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- Thread starter SinaHp
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In summary, the professor wants you to do the following:Take the inner product of the vector space with itself and set it equal to 1.Keep in mind the relationship##c_i c_j \langle \psi_i | \psi_j \rangle= c_i c_j \delta_{ij}##So no cross terms should generate.Can you carry out this work and post it here?

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- #2

PhDeezNutz

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##\Psi = \sum_{i=1} c_i \psi_i## with itself and set it equal to 1.

Keep in mind the relationship

##c_i c_j \langle \psi_i | \psi_j \rangle= c_i c_j \delta_{ij}##

So no cross terms should generate.

Can you carry out this work and post it here?

- #3

SinaHp

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Unfortunately no, how is that exactly?PhDeezNutz said:

##\Psi = \sum_{i=1} c_i \psi_i## with itself and set it equal to 1.

Keep in mind the relationship

##c_i c_j \langle \psi_i | \psi_j \rangle= c_i c_j \delta_{ij}##

So no cross terms should generate.

Can you carry out this work and post it here?

- #4

PhDeezNutz

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SinaHp said:Unfortunately no, how is that exactly?

What are you referring to?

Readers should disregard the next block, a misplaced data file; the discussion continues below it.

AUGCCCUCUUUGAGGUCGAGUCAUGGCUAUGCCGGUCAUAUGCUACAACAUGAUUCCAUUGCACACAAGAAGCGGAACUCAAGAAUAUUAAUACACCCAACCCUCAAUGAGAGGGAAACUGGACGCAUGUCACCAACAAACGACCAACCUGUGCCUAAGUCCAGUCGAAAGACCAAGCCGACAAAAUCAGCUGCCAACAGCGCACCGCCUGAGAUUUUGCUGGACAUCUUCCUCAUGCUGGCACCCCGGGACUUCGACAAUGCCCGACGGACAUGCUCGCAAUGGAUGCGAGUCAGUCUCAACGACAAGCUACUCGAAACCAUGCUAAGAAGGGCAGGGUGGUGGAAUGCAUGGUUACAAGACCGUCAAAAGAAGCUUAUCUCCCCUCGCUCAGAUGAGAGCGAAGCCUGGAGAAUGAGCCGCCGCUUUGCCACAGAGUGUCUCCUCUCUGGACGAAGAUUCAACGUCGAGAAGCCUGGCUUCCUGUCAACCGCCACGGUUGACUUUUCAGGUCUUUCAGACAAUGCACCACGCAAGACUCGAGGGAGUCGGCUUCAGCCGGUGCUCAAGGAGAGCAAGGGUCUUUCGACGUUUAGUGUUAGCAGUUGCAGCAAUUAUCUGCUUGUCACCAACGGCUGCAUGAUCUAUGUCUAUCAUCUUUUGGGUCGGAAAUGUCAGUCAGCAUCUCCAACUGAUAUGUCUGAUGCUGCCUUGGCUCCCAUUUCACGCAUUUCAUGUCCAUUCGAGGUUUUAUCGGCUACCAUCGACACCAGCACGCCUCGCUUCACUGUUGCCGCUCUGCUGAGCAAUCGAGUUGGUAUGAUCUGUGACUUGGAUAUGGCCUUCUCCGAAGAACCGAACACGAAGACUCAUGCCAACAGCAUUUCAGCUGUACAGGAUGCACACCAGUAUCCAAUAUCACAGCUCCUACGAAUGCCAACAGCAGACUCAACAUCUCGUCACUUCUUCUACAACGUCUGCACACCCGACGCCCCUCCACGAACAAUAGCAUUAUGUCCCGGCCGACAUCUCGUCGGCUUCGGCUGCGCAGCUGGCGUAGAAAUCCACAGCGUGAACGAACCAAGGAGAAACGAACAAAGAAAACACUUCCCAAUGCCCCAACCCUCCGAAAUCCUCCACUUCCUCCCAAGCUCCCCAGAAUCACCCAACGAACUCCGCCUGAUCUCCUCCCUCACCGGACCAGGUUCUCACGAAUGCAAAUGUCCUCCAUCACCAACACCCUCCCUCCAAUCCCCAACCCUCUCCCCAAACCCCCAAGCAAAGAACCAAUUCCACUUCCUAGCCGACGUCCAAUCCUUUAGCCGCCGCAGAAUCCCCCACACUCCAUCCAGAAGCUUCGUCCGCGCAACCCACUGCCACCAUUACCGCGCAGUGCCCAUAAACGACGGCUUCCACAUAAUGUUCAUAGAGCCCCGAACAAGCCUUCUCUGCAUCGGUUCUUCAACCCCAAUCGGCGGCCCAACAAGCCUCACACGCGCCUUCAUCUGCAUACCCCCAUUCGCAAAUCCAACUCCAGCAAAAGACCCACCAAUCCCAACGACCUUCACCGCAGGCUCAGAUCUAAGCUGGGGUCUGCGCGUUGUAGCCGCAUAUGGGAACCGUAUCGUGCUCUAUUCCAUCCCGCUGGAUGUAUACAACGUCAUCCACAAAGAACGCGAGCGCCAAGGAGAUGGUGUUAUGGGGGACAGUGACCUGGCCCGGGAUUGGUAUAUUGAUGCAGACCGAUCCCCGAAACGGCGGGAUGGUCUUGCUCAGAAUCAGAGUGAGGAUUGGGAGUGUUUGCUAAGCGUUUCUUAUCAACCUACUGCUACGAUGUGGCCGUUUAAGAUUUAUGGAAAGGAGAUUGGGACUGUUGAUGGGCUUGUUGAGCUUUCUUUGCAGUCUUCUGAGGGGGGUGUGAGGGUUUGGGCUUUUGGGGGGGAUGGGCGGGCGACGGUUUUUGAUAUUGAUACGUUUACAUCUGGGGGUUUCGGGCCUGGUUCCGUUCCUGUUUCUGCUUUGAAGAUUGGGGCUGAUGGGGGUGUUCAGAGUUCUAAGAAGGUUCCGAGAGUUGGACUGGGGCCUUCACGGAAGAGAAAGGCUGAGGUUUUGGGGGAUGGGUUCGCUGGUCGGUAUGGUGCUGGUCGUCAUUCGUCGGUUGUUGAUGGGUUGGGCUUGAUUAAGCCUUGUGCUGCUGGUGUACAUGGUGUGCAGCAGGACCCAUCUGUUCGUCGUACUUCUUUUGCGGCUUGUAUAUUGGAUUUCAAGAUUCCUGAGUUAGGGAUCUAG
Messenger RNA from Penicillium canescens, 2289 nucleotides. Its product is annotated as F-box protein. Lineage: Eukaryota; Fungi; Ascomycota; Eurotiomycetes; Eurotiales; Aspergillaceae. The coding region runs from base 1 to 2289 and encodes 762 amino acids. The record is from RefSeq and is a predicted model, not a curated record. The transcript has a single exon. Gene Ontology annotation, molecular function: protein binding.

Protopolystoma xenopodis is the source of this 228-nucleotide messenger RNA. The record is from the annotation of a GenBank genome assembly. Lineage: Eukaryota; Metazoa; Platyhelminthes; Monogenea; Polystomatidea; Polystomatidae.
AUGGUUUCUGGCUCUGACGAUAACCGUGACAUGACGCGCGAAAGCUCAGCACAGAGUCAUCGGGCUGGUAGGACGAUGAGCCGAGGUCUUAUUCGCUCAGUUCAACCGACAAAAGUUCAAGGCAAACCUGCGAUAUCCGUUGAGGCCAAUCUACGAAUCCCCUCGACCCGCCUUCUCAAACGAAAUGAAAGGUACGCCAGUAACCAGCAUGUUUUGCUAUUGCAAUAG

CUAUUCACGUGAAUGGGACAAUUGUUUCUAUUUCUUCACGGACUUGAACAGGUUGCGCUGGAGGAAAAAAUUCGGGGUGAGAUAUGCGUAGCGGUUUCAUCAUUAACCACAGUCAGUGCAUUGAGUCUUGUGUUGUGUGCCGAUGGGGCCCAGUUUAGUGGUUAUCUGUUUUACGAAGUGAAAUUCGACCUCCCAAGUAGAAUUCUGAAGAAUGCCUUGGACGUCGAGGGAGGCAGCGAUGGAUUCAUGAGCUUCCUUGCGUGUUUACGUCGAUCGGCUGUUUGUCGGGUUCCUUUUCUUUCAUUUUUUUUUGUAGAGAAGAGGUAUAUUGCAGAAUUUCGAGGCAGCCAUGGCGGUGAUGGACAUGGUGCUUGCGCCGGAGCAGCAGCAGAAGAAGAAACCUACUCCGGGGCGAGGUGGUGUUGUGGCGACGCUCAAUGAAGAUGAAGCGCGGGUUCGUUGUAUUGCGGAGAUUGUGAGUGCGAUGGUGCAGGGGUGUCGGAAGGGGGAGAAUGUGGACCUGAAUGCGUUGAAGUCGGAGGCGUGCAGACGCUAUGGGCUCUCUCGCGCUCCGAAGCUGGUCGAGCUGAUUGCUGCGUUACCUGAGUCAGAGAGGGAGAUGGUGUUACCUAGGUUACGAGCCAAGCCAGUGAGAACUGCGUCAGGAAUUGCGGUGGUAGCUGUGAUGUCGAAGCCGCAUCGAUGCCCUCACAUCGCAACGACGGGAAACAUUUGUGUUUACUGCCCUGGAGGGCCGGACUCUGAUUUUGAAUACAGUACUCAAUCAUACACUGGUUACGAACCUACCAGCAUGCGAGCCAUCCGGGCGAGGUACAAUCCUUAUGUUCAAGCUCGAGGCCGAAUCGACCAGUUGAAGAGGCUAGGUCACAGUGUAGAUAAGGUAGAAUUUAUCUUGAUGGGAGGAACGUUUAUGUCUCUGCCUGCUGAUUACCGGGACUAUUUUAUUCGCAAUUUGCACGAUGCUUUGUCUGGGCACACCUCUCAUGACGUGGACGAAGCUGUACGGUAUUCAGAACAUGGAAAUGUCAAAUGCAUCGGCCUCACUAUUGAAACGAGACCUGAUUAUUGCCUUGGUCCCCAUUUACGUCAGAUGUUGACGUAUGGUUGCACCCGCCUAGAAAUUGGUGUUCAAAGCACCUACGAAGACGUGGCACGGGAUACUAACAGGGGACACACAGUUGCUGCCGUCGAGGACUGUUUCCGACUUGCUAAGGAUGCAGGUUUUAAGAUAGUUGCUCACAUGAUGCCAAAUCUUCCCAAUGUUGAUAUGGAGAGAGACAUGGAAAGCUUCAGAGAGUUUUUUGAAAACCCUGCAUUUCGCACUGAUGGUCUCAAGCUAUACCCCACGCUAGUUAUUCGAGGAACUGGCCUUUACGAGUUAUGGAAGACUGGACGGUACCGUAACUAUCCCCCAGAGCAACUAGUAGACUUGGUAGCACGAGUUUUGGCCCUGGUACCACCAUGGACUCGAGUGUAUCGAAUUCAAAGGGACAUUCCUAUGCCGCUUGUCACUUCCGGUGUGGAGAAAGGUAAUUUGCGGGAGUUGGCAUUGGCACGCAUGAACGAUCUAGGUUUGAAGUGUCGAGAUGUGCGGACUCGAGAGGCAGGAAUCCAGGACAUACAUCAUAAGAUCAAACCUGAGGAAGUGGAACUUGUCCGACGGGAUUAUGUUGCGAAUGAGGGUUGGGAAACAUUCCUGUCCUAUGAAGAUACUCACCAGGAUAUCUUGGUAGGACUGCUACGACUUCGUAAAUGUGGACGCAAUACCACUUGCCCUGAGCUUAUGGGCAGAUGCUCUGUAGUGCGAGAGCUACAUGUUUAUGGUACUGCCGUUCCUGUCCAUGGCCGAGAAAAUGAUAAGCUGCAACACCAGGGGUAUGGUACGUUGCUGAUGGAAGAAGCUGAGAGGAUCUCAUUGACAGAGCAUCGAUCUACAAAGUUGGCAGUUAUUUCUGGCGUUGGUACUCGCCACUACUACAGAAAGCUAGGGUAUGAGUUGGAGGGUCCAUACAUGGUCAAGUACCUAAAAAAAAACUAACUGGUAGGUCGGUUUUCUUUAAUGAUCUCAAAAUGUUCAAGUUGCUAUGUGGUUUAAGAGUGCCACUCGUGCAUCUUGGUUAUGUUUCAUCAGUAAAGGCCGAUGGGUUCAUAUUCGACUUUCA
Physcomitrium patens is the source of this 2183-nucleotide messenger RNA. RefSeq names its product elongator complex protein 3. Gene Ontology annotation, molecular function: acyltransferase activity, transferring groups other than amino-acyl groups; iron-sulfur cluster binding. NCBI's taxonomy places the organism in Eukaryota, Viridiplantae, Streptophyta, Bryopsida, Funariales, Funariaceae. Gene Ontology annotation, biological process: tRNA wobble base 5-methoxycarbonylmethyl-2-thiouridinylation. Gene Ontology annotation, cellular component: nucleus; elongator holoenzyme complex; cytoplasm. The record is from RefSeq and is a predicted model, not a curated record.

The expression with the kronecker delta is the definition of an orthonormal basis which is what is stated in the question.

When you write out the whole expression

You get terms like

##c_1 c_1 \langle \psi_1 | \psi_1 \rangle = c_1^2##

##c_1 c_2 \langle \psi_1 | psi_2 \rangle = 0##

Carry this process out with each combination and sum them. What terms are you left with?

Your professor probably wants you to do this in index notation so I’ll leave that to you. I am just giving you specific term examples so you get the idea.

While I’m here I might as well correct my other statement. Since we’re dealing with vector spaces over complex fields.

It should technically be ##\langle \psi_i | \psi_j \rangle = c_i c_j^* \delta_{ij}## but the idea is the same.

- #5

- #6

PhDeezNutz

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Yup! You got the idea. Now do it compactly with index notation for n terms instead of just 2 terms.SinaHp said:something like this?

- #7

SinaHp

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Got it! Only C_{n} instead of C_{i} and C_{j}

Wavefunction normalization is a concept in quantum mechanics that refers to the process of scaling a wavefunction so that its integral over all space is equal to 1. This ensures that the wavefunction represents a valid probability distribution for a quantum system.

Wavefunction normalization is important because it allows us to calculate the probability of finding a particle in a particular region of space. Without normalization, the wavefunction would not represent a valid probability distribution and any calculated probabilities would be meaningless.

Wavefunction normalization is performed by dividing the wavefunction by the square root of its integral over all space. This ensures that the resulting wavefunction has a magnitude of 1, representing a valid probability distribution.

If a wavefunction is not normalized, it means that the total probability of finding a particle in all possible locations is not equal to 1. This can lead to incorrect calculations of probabilities and can violate the fundamental principles of quantum mechanics.

No, a wavefunction must be normalized to a value of 1 in order to represent a valid probability distribution. Normalizing to any other value would result in incorrect probabilities and violate the principles of quantum mechanics.

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